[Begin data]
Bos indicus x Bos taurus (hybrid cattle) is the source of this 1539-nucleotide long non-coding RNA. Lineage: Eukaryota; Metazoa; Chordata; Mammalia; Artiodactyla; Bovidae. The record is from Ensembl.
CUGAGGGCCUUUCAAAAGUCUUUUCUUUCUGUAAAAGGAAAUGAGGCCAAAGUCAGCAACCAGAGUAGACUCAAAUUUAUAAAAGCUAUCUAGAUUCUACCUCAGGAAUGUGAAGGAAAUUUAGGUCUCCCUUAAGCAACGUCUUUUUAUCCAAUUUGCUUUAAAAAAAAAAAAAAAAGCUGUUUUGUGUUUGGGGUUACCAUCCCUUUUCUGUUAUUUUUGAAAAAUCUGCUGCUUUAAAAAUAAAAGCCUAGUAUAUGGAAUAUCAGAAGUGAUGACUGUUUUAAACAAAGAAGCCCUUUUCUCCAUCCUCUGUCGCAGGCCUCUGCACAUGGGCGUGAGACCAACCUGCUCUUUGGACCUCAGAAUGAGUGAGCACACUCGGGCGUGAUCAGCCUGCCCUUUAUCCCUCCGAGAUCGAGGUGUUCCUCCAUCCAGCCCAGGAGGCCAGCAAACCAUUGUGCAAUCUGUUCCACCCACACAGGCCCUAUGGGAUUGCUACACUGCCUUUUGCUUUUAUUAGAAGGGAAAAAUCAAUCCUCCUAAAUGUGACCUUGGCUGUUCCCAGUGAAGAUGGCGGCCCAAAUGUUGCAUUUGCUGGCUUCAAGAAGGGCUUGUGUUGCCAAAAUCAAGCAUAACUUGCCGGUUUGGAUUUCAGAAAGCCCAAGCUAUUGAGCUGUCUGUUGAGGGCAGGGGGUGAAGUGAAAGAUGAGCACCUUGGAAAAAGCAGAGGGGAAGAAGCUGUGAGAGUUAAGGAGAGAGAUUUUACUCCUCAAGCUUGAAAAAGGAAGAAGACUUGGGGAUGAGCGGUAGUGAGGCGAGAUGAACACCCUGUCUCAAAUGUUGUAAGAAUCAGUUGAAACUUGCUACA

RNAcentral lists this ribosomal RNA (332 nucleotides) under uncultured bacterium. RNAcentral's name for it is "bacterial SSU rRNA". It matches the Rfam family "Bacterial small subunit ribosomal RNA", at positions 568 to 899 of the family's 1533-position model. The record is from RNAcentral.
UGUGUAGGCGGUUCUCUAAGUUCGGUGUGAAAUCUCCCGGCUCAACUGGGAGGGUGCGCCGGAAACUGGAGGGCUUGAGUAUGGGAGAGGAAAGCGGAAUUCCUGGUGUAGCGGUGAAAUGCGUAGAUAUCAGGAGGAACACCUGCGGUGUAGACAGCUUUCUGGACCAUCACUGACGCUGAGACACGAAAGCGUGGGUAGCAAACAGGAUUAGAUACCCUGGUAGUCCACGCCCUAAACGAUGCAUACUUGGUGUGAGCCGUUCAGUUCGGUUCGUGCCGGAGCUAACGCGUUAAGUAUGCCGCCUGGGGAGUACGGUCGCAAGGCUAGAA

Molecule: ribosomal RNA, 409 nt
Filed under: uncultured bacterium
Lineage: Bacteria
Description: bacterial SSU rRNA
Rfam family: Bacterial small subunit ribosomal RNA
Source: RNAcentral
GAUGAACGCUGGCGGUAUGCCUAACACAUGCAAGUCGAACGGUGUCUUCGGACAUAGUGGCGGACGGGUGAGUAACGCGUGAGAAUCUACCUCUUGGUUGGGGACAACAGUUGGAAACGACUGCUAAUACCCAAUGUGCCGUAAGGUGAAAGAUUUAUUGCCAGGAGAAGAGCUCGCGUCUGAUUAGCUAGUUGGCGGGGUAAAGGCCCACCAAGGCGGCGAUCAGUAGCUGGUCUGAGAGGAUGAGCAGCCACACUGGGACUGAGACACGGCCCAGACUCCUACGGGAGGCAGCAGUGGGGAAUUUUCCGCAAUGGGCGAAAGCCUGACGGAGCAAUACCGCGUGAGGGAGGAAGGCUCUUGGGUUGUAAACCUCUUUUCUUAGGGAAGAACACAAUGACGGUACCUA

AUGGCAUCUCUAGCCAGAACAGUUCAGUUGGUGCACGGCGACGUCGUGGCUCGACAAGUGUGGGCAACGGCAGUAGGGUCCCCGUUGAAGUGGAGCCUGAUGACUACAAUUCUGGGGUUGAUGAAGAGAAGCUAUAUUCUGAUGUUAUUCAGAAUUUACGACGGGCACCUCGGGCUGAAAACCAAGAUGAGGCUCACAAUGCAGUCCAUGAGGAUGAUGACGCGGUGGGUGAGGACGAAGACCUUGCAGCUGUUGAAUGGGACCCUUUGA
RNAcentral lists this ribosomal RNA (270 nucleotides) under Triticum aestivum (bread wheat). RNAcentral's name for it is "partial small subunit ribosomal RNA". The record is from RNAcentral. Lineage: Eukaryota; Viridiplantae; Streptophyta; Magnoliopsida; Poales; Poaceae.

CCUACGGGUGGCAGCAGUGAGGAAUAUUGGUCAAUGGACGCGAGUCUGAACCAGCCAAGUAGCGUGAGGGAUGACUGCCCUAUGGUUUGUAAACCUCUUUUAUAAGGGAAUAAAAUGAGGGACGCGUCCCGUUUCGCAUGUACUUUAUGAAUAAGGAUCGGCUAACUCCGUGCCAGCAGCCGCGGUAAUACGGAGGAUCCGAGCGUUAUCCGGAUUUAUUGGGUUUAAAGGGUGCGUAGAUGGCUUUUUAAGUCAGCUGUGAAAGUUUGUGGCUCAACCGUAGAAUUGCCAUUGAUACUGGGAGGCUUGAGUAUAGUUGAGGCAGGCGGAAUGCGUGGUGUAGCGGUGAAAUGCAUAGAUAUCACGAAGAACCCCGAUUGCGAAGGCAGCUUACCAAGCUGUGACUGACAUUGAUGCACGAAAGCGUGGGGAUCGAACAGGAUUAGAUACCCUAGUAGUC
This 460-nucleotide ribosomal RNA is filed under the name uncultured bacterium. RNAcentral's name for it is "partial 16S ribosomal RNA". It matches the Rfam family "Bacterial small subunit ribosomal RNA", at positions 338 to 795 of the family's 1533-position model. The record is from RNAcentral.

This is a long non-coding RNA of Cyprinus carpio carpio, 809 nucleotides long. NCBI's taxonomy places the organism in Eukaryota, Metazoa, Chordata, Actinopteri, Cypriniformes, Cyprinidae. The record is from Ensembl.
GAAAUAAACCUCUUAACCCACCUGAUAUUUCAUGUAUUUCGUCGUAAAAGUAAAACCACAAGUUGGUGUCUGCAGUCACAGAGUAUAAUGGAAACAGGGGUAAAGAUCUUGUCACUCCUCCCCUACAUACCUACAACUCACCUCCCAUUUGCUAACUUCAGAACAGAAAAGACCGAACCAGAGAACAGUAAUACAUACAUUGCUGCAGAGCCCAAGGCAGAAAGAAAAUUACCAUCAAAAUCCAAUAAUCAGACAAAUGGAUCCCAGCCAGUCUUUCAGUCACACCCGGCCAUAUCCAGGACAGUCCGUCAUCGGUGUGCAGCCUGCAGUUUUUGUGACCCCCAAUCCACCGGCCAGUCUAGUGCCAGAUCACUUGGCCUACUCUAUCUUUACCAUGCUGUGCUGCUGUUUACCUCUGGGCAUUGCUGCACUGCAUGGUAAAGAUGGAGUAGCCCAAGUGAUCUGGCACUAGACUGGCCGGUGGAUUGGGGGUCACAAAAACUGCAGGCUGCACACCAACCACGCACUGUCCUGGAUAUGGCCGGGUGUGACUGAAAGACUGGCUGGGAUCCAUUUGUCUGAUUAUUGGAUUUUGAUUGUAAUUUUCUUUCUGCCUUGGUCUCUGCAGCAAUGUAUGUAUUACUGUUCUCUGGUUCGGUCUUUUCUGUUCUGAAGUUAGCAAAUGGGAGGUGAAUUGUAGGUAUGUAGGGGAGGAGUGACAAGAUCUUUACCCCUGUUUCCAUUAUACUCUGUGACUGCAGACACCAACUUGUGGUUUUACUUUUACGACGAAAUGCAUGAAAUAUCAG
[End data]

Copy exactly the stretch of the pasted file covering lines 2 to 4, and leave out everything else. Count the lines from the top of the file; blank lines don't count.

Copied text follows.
CUGAGGGCCUUUCAAAAGUCUUUUCUUUCUGUAAAAGGAAAUGAGGCCAAAGUCAGCAACCAGAGUAGACUCAAAUUUAUAAAAGCUAUCUAGAUUCUACCUCAGGAAUGUGAAGGAAAUUUAGGUCUCCCUUAAGCAACGUCUUUUUAUCCAAUUUGCUUUAAAAAAAAAAAAAAAAGCUGUUUUGUGUUUGGGGUUACCAUCCCUUUUCUGUUAUUUUUGAAAAAUCUGCUGCUUUAAAAAUAAAAGCCUAGUAUAUGGAAUAUCAGAAGUGAUGACUGUUUUAAACAAAGAAGCCCUUUUCUCCAUCCUCUGUCGCAGGCCUCUGCACAUGGGCGUGAGACCAACCUGCUCUUUGGACCUCAGAAUGAGUGAGCACACUCGGGCGUGAUCAGCCUGCCCUUUAUCCCUCCGAGAUCGAGGUGUUCCUCCAUCCAGCCCAGGAGGCCAGCAAACCAUUGUGCAAUCUGUUCCACCCACACAGGCCCUAUGGGAUUGCUACACUGCCUUUUGCUUUUAUUAGAAGGGAAAAAUCAAUCCUCCUAAAUGUGACCUUGGCUGUUCCCAGUGAAGAUGGCGGCCCAAAUGUUGCAUUUGCUGGCUUCAAGAAGGGCUUGUGUUGCCAAAAUCAAGCAUAACUUGCCGGUUUGGAUUUCAGAAAGCCCAAGCUAUUGAGCUGUCUGUUGAGGGCAGGGGGUGAAGUGAAAGAUGAGCACCUUGGAAAAAGCAGAGGGGAAGAAGCUGUGAGAGUUAAGGAGAGAGAUUUUACUCCUCAAGCUUGAAAAAGGAAGAAGACUUGGGGAUGAGCGGUAGUGAGGCGAGAUGAACACCCUGUCUCAAAUGUUGUAAGAAUCAGUUGAAACUUGCUACA

RNAcentral lists this ribosomal RNA (332 nucleotides) under uncultured bacterium. RNAcentral's name for it is "bacterial SSU rRNA". It matches the Rfam family "Bacterial small subunit ribosomal RNA", at positions 568 to 899 of the family's 1533-position model. The record is from RNAcentral.
UGUGUAGGCGGUUCUCUAAGUUCGGUGUGAAAUCUCCCGGCUCAACUGGGAGGGUGCGCCGGAAACUGGAGGGCUUGAGUAUGGGAGAGGAAAGCGGAAUUCCUGGUGUAGCGGUGAAAUGCGUAGAUAUCAGGAGGAACACCUGCGGUGUAGACAGCUUUCUGGACCAUCACUGACGCUGAGACACGAAAGCGUGGGUAGCAAACAGGAUUAGAUACCCUGGUAGUCCACGCCCUAAACGAUGCAUACUUGGUGUGAGCCGUUCAGUUCGGUUCGUGCCGGAGCUAACGCGUUAAGUAUGCCGCCUGGGGAGUACGGUCGCAAGGCUAGAA